Crosswalk safety raised for key Chestnut Hill intersection

The intersection of Germantown Avenue and Bethlehem Pike is described as one of the more dangerous intersections for pedestrians trying to cross the street.

At last night’s Chestnut Hill Community Association’s Traffic, Transportation and Parking Committee (TTP) the issues of poor design and deteriorating crosswalk markings were raised.

The chair of the committee, Tom Hemphill said some residents’ think the corner of Germantown Ave and Bethlehem Pike can be tough for pedestrians to cross at.

The traffic light begins to change while the pedestrian walk clock continues to count down, leaving people to frantically hurry across the busy intersection.

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“Part of the problem is the snow build up,” said Mike Chomentowski, citing that the snow has created an obstacle for pedestrians.

Chomentowski described the “bump-out” that was built to reduce the gap between the sidewalks on either side of Bethlehem Pike. The “bump-out” is an extension of the sidewalk into Bethlehem Pike and was built to tighten the intersection, giving pedestrians a shorter distance which to cross.

Germantown Ave. has been another troublesome road for pedestrian crossing, with cars racing down the busy avenue and crosswalks losing some visibility at night. There are signs at several crosswalks asking drivers to slow down and stop for pedestrians attempting to cross. Their effectiveness seems to be limited by their physical condition.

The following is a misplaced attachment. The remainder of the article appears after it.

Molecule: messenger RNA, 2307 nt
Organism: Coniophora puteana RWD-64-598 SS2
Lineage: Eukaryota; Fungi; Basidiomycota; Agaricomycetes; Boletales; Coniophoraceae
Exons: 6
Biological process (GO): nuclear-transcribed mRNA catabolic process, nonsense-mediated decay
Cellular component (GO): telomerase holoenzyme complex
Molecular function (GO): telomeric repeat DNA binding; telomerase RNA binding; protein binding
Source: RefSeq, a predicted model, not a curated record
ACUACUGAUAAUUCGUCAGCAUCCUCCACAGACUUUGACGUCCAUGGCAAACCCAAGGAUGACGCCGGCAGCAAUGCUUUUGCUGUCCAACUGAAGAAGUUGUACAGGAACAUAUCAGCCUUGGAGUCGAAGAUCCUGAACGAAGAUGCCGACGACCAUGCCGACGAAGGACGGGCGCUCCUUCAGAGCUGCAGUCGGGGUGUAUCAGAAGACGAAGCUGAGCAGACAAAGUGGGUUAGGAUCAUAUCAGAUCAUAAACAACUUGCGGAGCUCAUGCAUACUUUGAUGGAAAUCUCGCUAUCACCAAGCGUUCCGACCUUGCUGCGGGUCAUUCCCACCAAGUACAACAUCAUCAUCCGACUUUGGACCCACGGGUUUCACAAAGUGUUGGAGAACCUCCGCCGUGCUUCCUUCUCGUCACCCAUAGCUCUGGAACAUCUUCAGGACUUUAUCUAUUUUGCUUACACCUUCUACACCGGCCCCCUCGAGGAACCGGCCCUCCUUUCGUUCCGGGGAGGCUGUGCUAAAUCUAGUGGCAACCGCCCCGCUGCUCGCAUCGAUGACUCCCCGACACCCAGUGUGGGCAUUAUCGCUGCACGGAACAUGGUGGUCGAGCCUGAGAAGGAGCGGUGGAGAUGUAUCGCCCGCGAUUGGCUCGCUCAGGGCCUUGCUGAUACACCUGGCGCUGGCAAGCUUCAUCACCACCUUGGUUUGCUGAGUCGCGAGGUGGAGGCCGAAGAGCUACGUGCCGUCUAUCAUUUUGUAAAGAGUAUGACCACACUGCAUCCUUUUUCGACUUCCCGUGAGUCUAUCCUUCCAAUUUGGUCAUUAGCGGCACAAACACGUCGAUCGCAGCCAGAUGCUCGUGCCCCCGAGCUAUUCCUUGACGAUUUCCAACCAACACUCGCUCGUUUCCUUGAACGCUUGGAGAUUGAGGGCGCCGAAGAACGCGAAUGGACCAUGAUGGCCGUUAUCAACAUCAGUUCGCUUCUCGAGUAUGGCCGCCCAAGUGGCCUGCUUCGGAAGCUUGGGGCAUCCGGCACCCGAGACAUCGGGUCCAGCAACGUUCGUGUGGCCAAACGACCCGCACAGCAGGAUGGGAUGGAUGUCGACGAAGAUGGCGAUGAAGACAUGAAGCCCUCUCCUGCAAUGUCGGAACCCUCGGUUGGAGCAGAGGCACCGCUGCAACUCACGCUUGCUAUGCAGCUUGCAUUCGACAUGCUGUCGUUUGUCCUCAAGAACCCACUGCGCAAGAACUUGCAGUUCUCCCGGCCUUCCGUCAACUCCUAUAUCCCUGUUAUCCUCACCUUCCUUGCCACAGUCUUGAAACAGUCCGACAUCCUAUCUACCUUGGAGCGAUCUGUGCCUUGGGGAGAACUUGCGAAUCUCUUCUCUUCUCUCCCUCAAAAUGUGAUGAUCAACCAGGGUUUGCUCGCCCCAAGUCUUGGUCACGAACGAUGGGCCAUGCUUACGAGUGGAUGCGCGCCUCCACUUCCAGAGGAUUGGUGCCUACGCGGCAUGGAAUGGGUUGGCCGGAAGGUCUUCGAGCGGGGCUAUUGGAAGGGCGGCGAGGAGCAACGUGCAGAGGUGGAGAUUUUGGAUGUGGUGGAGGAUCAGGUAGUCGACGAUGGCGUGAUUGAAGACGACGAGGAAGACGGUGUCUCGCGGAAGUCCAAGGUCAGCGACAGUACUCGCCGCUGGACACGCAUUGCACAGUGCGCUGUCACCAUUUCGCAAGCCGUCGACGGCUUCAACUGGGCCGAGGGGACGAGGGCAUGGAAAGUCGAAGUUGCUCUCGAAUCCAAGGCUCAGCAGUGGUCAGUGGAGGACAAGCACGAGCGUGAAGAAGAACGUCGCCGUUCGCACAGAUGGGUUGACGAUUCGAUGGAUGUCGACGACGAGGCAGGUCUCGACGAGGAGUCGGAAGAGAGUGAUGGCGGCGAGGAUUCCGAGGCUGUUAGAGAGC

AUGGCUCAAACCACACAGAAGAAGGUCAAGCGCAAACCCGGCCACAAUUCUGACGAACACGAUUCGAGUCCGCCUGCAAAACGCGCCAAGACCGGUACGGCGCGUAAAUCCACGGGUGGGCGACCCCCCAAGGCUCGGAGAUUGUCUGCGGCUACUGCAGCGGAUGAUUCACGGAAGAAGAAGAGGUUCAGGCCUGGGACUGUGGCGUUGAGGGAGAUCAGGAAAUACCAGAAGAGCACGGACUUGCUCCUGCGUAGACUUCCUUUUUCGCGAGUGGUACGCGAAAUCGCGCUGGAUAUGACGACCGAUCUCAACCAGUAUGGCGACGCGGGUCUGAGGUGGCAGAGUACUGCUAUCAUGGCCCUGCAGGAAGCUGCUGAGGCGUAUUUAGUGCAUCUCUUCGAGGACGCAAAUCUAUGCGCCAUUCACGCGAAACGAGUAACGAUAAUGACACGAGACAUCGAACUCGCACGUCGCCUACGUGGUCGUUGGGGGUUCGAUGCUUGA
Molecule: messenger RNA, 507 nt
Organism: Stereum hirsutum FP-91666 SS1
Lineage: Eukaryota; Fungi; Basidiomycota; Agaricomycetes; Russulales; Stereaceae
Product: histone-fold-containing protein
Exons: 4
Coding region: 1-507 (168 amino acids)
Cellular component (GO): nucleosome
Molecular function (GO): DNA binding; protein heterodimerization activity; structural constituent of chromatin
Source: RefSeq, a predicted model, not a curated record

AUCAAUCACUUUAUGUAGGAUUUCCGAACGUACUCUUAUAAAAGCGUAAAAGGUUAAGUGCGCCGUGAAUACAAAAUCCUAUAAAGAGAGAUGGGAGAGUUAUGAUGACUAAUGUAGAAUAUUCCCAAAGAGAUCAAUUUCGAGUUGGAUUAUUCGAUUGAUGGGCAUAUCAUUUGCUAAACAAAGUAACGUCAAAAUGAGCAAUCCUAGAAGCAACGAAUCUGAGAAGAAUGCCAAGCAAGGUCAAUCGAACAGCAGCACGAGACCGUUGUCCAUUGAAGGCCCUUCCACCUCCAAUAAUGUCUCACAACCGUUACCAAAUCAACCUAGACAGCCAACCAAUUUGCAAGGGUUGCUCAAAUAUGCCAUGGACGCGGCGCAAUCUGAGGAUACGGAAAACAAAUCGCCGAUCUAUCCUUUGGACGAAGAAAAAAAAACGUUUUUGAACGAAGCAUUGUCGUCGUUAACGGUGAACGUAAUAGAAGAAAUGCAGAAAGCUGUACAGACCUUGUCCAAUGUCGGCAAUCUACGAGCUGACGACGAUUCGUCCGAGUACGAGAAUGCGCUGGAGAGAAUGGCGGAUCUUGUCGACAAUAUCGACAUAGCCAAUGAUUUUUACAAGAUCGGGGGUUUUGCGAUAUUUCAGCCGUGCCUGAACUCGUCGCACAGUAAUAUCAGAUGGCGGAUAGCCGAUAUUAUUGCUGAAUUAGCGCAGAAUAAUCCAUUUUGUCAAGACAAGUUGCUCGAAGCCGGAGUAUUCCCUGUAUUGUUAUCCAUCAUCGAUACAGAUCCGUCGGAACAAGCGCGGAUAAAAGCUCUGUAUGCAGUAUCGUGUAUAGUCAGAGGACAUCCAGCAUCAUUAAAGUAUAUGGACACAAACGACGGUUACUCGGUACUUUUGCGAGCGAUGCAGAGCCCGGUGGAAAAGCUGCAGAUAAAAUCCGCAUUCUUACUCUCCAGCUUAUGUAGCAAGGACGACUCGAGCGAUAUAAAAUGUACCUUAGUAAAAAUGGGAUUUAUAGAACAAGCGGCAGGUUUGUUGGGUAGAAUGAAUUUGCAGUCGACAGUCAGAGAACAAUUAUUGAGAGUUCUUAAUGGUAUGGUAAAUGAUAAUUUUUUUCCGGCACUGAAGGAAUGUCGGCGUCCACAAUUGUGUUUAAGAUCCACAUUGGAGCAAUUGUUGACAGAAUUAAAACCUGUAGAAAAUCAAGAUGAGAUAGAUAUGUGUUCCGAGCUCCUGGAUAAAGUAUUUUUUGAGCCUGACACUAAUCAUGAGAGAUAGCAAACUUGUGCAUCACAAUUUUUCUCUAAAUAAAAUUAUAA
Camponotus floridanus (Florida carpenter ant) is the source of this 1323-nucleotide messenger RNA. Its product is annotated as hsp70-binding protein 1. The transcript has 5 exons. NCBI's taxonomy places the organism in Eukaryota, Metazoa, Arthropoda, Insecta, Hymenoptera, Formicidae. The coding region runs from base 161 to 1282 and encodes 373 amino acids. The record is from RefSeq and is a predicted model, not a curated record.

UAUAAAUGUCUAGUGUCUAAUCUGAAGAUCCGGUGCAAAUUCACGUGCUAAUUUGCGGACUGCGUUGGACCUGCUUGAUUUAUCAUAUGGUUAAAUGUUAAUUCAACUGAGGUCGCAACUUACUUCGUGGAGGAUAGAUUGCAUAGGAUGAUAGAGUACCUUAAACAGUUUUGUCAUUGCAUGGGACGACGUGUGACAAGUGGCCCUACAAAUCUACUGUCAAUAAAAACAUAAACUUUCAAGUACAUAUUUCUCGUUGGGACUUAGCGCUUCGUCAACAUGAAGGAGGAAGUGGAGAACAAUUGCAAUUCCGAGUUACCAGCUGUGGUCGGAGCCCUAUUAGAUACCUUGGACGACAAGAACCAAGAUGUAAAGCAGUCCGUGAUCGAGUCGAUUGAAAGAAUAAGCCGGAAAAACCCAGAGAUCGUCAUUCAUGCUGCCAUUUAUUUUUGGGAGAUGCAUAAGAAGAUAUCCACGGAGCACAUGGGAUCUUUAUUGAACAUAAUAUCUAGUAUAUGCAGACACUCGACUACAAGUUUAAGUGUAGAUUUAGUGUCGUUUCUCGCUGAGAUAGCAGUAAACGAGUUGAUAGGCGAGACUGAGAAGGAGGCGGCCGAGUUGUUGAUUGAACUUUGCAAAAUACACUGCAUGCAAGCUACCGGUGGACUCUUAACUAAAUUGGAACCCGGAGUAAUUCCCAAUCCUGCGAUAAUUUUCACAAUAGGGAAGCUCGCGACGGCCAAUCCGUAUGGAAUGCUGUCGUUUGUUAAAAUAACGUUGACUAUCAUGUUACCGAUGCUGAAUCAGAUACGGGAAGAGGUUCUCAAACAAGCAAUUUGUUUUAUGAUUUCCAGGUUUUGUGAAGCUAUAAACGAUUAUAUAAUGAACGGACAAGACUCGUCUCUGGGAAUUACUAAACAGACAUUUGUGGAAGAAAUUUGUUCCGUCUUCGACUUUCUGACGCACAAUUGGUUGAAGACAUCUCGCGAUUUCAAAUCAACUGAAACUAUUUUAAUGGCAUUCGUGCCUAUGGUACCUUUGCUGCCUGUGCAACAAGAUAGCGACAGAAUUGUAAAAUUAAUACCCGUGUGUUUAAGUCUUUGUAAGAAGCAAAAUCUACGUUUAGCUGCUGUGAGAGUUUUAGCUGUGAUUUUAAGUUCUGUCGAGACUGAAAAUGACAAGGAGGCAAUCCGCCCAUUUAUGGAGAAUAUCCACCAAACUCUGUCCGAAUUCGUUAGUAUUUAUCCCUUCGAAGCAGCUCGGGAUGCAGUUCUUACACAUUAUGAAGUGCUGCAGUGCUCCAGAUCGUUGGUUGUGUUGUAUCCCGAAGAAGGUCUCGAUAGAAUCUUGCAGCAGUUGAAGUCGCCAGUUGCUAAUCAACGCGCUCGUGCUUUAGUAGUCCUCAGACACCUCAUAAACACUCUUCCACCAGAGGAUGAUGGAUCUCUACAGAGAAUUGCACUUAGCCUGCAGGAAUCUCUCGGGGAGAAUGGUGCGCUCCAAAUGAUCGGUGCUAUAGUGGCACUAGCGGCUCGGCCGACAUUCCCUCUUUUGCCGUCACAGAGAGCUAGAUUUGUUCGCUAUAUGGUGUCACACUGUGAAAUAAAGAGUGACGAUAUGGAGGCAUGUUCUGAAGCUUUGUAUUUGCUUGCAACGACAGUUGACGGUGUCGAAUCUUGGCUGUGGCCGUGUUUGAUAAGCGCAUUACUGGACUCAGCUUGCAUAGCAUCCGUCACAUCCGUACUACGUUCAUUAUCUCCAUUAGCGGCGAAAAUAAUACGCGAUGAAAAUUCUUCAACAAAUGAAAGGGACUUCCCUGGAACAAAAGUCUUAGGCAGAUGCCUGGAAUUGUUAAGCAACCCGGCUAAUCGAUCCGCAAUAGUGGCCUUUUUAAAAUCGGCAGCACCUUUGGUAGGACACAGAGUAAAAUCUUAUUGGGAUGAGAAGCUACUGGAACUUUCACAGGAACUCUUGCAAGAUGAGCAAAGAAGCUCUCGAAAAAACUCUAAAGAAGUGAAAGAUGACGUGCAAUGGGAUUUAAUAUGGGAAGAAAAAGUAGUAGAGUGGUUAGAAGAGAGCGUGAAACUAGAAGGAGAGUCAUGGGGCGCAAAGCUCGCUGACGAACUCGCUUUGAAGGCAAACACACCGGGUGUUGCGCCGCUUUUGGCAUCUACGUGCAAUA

“The ones that are up look like they have been hit by cars,” said Chomentowski.

He then suggested that the group seek a grant to purchase new signs for Germantown Avenue.

Hemphill suggested an idea from a resident a few months ago that flags be available at crosswalks for pedestrians to carry as they cross the street. Hemphill thought the idea warranted some merit but questioned its ultimate effectiveness.

Chomentowski added that speed is a major issue on Germantown Avenue and suggested that the group look into building a traffic-slowing apparatus, such as a speed bump, on Mermaid Lane near the entrance of Chestnut Hill. Susan Hemphill shook her head in defeat and related that prior attempts to reach out to city officials regarding speed bump placement have yielded no cooperation to date.

“Part of the challenge is finding the person who is responsible (for parking and traffic issues),” said Susan Hemphill.

Tom Hemphill also raised his concern that the pedestrian crosswalks themselves are deteriorating. Rather than being painted, the stripes of the crosswalks are applied to the concrete using a thermal application similar to ironing a patch to a shirt. Hemphill said that the thermal applications often don’t take to the concrete, coming loose and folding over.

“They basically don’t work,” Hemphill said, “they’re unsightly and a little slick (when wet).”

Social Issues

Toward the end of the meeting, a concerned citizen (who requested anonymity) spoke of parking and nuisance issues from the Bocce Club, located on the corner of Devon St. and East Hartwell Lane. According to him, patrons sometimes park in front of the fire hydrant and park illegally in an adjacent lot. He also stated that members also drive erratically through an alley behind the social club and that the city says since it’s a private alley it has no jurisdiction.

“It’s bad enough that I cannot park anywhere near my house,” the concerned resident said, stressing that he was not complaining but merely seeking advice.

Tom Hemphill thanked the resident and said that the group would look into the problem.

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